by Pat Miller; illus. by Vincent X. Kirsch
40 pages; ages 6-9
Houghton Mifflin Harcourt, 2016
“Few remember the master mariner Hanson Crockett Gregory, though he was bold and brave and bright. But the pastry he invented more than 166 years ago is eaten daily by doughnut lovers everywhere.”
Hanson Gregory was just 13 when he went to sea. He wanted to learn as much as possible, and he eventually became a captain of a clipper, shipping foods from Maine to California. He even got a medal for heroism from the Queen of Spain.
But what people remember him for: inventing the doughnut.
What I like about this book: It’s a true story that reads like a tall tale. Kitchen boy goofs up making buns; comes up with way to ensure there are no raw, doughy centers by cutting them out. Sailors loved them and the rest is history. It’s fun to read and the illustrations are clever, but make sure you’ve got a plate of doughnuts because everyone will want one when you turn the last page.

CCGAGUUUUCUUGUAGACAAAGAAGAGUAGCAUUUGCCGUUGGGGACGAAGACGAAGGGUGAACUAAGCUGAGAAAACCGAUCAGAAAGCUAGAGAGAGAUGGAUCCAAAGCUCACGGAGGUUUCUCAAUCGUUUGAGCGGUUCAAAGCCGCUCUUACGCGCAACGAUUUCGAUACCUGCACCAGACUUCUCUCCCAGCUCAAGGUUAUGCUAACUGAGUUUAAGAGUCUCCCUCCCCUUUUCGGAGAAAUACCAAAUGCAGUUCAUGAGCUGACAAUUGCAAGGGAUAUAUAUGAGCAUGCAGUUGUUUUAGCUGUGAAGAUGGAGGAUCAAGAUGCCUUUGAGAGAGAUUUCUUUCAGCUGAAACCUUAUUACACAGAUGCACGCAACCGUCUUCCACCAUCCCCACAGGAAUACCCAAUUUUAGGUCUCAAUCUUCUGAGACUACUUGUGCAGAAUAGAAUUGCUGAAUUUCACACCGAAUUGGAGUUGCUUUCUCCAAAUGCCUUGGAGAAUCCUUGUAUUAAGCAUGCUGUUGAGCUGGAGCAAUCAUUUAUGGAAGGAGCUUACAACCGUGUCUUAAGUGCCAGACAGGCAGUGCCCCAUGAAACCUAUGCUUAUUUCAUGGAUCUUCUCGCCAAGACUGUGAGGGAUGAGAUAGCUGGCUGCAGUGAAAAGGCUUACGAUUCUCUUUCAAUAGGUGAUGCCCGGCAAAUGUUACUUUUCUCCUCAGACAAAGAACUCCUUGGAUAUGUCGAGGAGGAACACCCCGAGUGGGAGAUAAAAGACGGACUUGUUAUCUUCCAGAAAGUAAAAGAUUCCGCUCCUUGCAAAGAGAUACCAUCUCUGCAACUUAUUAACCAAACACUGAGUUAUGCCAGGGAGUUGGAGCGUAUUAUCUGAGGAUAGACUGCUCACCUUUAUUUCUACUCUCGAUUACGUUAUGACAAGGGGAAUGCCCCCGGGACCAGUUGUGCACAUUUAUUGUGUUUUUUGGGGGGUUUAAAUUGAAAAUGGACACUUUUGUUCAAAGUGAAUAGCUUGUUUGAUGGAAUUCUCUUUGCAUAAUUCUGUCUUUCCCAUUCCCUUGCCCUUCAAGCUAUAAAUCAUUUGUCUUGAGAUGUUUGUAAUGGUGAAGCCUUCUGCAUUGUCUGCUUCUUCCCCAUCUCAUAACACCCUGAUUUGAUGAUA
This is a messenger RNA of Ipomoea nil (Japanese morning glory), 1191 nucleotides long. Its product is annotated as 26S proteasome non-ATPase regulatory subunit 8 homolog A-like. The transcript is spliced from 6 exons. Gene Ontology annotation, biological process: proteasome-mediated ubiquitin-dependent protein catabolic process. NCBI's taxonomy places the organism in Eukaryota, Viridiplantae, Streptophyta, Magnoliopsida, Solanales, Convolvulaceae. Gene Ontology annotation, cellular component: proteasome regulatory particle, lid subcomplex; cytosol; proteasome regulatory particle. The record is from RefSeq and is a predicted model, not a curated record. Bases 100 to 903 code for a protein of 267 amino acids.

I like that there’s back matter: author’s note, a timeline, a bibliography of resources. I also like that author Pat Miller was inspired to write this book by a snippet of conversation she overheard. On a tour of Boston Harbor the guide offhandedly commented, “The guy who invented the hole in the doughnut is buried over there.” That, and Miller’s curiosity, led her to discover a delicious story.
Today is National Donut Day – so head over to Sally’s Bookshelf for some beyond-the-book activities.
It’s Nonfiction Monday!
Copyright © 2016 Sue Heavenrich All Rights Reserved.